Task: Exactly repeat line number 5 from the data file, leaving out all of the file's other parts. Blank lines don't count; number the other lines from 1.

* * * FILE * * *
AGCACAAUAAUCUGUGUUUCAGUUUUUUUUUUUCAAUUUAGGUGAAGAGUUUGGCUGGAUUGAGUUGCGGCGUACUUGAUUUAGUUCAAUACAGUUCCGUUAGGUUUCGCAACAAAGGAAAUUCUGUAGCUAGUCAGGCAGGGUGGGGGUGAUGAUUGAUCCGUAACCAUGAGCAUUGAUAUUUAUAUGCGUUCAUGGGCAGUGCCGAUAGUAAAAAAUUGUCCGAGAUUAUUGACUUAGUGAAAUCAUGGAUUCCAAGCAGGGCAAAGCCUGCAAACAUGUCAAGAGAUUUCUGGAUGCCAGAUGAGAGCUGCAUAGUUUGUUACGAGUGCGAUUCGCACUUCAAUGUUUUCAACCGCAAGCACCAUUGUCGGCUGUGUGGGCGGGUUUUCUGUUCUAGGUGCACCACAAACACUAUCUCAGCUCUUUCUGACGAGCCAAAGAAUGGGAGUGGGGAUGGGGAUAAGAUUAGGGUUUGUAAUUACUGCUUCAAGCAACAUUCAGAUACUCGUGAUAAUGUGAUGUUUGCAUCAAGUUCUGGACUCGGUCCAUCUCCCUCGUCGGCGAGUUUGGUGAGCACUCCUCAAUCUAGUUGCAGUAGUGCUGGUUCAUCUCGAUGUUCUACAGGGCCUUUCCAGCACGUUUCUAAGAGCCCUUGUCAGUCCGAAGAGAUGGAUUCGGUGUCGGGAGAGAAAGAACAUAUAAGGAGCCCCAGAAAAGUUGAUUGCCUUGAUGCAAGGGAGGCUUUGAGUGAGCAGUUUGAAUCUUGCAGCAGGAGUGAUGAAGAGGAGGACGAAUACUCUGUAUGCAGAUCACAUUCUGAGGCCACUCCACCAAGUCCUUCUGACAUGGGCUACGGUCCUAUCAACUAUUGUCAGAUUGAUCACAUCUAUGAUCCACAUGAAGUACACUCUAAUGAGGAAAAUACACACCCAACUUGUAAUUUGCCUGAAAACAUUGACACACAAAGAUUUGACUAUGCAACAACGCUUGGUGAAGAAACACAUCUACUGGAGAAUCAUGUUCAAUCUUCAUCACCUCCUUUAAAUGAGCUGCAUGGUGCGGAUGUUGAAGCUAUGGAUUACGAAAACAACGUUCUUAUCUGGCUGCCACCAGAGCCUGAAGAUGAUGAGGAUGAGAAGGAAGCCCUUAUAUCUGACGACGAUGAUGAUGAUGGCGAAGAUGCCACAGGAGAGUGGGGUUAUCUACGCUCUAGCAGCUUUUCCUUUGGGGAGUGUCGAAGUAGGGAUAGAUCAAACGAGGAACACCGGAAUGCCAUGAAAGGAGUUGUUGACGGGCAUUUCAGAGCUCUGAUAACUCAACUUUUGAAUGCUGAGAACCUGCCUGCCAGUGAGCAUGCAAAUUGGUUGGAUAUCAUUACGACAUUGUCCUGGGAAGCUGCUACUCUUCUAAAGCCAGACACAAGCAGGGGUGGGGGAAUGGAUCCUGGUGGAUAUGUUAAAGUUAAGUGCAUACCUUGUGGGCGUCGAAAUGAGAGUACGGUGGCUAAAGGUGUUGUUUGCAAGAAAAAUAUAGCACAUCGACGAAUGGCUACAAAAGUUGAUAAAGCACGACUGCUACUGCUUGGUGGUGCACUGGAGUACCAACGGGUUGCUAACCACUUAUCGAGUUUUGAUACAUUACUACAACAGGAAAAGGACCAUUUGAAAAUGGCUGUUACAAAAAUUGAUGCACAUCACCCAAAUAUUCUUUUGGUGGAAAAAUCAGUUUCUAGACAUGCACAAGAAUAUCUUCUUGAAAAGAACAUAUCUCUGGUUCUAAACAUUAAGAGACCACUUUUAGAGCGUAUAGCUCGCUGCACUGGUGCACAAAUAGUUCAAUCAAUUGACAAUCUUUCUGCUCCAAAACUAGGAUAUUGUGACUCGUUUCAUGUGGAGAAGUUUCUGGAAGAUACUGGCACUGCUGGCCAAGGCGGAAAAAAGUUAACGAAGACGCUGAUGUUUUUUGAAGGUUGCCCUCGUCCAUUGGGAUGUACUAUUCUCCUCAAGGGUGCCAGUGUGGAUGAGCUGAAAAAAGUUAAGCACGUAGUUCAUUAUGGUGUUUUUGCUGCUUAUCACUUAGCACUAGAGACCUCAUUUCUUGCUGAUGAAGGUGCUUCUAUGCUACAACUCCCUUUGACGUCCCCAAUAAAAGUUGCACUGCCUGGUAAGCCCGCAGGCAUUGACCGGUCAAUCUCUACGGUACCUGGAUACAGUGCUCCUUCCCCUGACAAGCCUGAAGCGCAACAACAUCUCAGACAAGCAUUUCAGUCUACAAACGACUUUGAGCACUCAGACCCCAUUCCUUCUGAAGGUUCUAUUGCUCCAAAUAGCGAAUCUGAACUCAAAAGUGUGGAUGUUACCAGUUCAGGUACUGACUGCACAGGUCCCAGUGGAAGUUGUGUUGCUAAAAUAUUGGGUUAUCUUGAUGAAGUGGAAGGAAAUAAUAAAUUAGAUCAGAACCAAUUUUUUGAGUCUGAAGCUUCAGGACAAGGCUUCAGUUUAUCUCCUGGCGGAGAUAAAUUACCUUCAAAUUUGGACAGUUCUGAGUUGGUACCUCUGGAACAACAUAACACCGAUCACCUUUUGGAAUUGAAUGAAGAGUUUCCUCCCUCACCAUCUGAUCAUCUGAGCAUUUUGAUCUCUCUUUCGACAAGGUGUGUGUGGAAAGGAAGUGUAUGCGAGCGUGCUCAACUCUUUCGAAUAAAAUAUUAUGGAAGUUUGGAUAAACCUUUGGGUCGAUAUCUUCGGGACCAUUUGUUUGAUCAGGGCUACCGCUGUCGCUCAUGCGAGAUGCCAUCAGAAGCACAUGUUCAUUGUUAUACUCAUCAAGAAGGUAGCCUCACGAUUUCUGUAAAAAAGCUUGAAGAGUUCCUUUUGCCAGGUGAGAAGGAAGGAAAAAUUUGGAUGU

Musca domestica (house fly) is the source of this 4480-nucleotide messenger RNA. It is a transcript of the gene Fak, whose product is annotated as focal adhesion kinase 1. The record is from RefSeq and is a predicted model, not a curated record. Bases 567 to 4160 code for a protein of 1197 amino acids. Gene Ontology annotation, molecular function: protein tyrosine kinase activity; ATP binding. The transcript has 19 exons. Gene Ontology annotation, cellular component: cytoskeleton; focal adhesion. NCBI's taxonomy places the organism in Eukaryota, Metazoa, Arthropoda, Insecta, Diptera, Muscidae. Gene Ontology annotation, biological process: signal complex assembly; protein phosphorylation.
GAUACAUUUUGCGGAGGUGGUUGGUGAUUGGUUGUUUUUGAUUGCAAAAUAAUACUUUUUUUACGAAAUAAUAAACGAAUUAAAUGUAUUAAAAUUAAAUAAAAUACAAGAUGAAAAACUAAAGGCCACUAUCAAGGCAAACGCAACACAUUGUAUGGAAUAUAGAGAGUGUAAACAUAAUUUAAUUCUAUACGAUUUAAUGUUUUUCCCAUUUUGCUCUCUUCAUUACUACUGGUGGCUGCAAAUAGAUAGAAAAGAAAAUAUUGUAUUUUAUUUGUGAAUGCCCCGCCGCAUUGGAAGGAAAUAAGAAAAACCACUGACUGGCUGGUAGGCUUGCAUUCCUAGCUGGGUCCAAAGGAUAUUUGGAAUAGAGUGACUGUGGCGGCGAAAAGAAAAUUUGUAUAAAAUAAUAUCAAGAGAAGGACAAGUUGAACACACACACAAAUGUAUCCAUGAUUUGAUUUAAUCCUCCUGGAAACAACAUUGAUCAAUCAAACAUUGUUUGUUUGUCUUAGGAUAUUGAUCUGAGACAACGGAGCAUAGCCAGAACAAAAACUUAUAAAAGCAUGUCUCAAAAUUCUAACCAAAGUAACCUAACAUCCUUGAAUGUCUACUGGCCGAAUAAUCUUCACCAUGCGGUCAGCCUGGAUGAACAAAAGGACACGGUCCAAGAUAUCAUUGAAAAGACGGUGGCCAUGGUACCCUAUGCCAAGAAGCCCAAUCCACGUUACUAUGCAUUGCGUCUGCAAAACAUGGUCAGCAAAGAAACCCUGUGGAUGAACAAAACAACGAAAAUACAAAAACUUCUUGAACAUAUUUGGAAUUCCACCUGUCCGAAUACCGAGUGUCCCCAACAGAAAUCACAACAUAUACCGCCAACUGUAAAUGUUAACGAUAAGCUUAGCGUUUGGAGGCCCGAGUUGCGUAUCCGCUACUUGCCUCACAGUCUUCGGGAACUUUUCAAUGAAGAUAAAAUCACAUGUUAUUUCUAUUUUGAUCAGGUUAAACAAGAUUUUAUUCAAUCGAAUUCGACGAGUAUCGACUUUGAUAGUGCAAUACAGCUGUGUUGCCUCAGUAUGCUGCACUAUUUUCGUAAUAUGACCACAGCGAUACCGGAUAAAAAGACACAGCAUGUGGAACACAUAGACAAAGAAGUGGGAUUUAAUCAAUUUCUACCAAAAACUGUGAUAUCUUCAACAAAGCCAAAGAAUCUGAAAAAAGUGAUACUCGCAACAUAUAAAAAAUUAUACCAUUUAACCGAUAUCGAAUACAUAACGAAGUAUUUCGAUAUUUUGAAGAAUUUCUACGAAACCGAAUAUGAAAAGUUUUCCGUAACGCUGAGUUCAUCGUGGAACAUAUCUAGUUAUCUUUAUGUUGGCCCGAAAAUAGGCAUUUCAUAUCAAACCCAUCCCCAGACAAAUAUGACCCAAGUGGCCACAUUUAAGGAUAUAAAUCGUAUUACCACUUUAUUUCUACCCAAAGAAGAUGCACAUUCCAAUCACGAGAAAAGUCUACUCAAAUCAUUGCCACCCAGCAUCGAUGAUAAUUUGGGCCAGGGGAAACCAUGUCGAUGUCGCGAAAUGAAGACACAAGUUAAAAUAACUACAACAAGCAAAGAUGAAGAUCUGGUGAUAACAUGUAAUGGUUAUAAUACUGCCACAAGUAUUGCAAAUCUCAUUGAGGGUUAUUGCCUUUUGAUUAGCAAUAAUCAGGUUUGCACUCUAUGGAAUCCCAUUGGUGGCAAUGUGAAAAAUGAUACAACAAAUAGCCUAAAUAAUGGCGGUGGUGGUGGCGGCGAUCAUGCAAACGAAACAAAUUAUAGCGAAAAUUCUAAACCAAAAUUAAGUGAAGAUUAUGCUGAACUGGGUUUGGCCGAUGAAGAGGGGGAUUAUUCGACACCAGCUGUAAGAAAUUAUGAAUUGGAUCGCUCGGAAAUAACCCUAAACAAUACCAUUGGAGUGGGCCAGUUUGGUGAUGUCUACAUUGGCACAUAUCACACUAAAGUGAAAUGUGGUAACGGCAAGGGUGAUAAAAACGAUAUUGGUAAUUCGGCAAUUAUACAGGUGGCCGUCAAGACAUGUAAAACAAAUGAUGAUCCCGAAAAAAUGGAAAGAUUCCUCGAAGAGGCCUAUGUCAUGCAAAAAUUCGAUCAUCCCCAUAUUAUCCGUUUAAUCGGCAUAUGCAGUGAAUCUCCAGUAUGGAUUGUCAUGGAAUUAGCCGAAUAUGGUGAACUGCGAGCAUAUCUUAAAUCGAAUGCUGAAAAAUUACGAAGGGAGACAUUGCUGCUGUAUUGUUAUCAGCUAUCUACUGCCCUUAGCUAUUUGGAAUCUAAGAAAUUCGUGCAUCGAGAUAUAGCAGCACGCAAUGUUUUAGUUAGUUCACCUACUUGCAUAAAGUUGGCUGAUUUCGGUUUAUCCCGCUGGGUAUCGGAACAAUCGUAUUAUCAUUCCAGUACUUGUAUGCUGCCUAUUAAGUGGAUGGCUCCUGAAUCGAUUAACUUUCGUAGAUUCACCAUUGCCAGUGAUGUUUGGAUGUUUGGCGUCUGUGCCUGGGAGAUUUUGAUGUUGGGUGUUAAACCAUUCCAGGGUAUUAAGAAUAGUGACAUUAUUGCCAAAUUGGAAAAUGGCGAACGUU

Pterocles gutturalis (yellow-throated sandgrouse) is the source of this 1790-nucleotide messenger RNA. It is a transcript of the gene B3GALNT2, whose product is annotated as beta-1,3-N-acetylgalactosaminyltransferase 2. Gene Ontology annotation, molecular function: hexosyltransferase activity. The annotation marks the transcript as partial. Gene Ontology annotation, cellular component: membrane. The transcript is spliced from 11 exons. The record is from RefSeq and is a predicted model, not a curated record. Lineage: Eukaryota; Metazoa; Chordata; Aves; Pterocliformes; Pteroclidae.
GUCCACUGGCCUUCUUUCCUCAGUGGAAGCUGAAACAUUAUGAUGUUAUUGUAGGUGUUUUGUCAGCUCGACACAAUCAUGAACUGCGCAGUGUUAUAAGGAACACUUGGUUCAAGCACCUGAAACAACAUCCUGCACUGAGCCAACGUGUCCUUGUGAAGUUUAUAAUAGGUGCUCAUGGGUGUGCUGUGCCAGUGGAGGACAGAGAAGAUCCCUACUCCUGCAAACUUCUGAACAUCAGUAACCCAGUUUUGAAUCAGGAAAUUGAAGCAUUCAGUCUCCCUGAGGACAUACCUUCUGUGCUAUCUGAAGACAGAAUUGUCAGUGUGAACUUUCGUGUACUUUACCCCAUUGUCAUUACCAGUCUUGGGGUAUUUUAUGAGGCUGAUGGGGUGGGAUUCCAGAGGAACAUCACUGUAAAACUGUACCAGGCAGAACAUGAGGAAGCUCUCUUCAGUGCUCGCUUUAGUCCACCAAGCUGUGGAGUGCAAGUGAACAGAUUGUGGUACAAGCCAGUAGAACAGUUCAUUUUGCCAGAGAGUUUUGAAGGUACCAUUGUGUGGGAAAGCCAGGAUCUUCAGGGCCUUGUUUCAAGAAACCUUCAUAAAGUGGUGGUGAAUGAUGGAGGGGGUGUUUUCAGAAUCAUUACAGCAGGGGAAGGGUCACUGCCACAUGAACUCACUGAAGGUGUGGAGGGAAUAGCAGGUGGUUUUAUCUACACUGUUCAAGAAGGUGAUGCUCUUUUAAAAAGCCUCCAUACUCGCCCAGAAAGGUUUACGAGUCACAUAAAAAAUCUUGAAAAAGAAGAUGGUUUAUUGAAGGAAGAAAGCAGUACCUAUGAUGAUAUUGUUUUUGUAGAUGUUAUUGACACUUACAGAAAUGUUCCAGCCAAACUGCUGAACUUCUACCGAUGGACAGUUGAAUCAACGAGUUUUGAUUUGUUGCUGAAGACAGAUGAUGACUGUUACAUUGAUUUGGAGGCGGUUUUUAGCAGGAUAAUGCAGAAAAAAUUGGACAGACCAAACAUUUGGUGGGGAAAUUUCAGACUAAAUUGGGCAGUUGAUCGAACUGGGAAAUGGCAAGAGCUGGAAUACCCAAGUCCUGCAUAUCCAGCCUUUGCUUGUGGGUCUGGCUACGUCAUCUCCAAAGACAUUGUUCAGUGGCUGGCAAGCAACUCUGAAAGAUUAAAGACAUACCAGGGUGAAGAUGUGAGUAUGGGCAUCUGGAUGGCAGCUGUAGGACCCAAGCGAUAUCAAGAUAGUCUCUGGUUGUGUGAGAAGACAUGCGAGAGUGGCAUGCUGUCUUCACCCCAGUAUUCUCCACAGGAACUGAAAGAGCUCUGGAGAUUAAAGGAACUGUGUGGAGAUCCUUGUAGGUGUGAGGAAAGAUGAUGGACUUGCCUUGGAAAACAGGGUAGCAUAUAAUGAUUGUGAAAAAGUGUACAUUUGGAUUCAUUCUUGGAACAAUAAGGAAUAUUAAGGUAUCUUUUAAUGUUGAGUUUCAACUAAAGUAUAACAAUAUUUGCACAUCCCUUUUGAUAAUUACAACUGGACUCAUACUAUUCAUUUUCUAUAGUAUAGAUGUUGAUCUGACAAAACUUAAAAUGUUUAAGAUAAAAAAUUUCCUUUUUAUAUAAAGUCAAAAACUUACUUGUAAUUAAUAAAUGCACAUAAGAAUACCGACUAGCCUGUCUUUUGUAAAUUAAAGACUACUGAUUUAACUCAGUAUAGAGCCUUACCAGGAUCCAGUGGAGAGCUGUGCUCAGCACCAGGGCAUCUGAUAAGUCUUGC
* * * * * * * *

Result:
GUCCACUGGCCUUCUUUCCUCAGUGGAAGCUGAAACAUUAUGAUGUUAUUGUAGGUGUUUUGUCAGCUCGACACAAUCAUGAACUGCGCAGUGUUAUAAGGAACACUUGGUUCAAGCACCUGAAACAACAUCCUGCACUGAGCCAACGUGUCCUUGUGAAGUUUAUAAUAGGUGCUCAUGGGUGUGCUGUGCCAGUGGAGGACAGAGAAGAUCCCUACUCCUGCAAACUUCUGAACAUCAGUAACCCAGUUUUGAAUCAGGAAAUUGAAGCAUUCAGUCUCCCUGAGGACAUACCUUCUGUGCUAUCUGAAGACAGAAUUGUCAGUGUGAACUUUCGUGUACUUUACCCCAUUGUCAUUACCAGUCUUGGGGUAUUUUAUGAGGCUGAUGGGGUGGGAUUCCAGAGGAACAUCACUGUAAAACUGUACCAGGCAGAACAUGAGGAAGCUCUCUUCAGUGCUCGCUUUAGUCCACCAAGCUGUGGAGUGCAAGUGAACAGAUUGUGGUACAAGCCAGUAGAACAGUUCAUUUUGCCAGAGAGUUUUGAAGGUACCAUUGUGUGGGAAAGCCAGGAUCUUCAGGGCCUUGUUUCAAGAAACCUUCAUAAAGUGGUGGUGAAUGAUGGAGGGGGUGUUUUCAGAAUCAUUACAGCAGGGGAAGGGUCACUGCCACAUGAACUCACUGAAGGUGUGGAGGGAAUAGCAGGUGGUUUUAUCUACACUGUUCAAGAAGGUGAUGCUCUUUUAAAAAGCCUCCAUACUCGCCCAGAAAGGUUUACGAGUCACAUAAAAAAUCUUGAAAAAGAAGAUGGUUUAUUGAAGGAAGAAAGCAGUACCUAUGAUGAUAUUGUUUUUGUAGAUGUUAUUGACACUUACAGAAAUGUUCCAGCCAAACUGCUGAACUUCUACCGAUGGACAGUUGAAUCAACGAGUUUUGAUUUGUUGCUGAAGACAGAUGAUGACUGUUACAUUGAUUUGGAGGCGGUUUUUAGCAGGAUAAUGCAGAAAAAAUUGGACAGACCAAACAUUUGGUGGGGAAAUUUCAGACUAAAUUGGGCAGUUGAUCGAACUGGGAAAUGGCAAGAGCUGGAAUACCCAAGUCCUGCAUAUCCAGCCUUUGCUUGUGGGUCUGGCUACGUCAUCUCCAAAGACAUUGUUCAGUGGCUGGCAAGCAACUCUGAAAGAUUAAAGACAUACCAGGGUGAAGAUGUGAGUAUGGGCAUCUGGAUGGCAGCUGUAGGACCCAAGCGAUAUCAAGAUAGUCUCUGGUUGUGUGAGAAGACAUGCGAGAGUGGCAUGCUGUCUUCACCCCAGUAUUCUCCACAGGAACUGAAAGAGCUCUGGAGAUUAAAGGAACUGUGUGGAGAUCCUUGUAGGUGUGAGGAAAGAUGAUGGACUUGCCUUGGAAAACAGGGUAGCAUAUAAUGAUUGUGAAAAAGUGUACAUUUGGAUUCAUUCUUGGAACAAUAAGGAAUAUUAAGGUAUCUUUUAAUGUUGAGUUUCAACUAAAGUAUAACAAUAUUUGCACAUCCCUUUUGAUAAUUACAACUGGACUCAUACUAUUCAUUUUCUAUAGUAUAGAUGUUGAUCUGACAAAACUUAAAAUGUUUAAGAUAAAAAAUUUCCUUUUUAUAUAAAGUCAAAAACUUACUUGUAAUUAAUAAAUGCACAUAAGAAUACCGACUAGCCUGUCUUUUGUAAAUUAAAGACUACUGAUUUAACUCAGUAUAGAGCCUUACCAGGAUCCAGUGGAGAGCUGUGCUCAGCACCAGGGCAUCUGAUAAGUCUUGC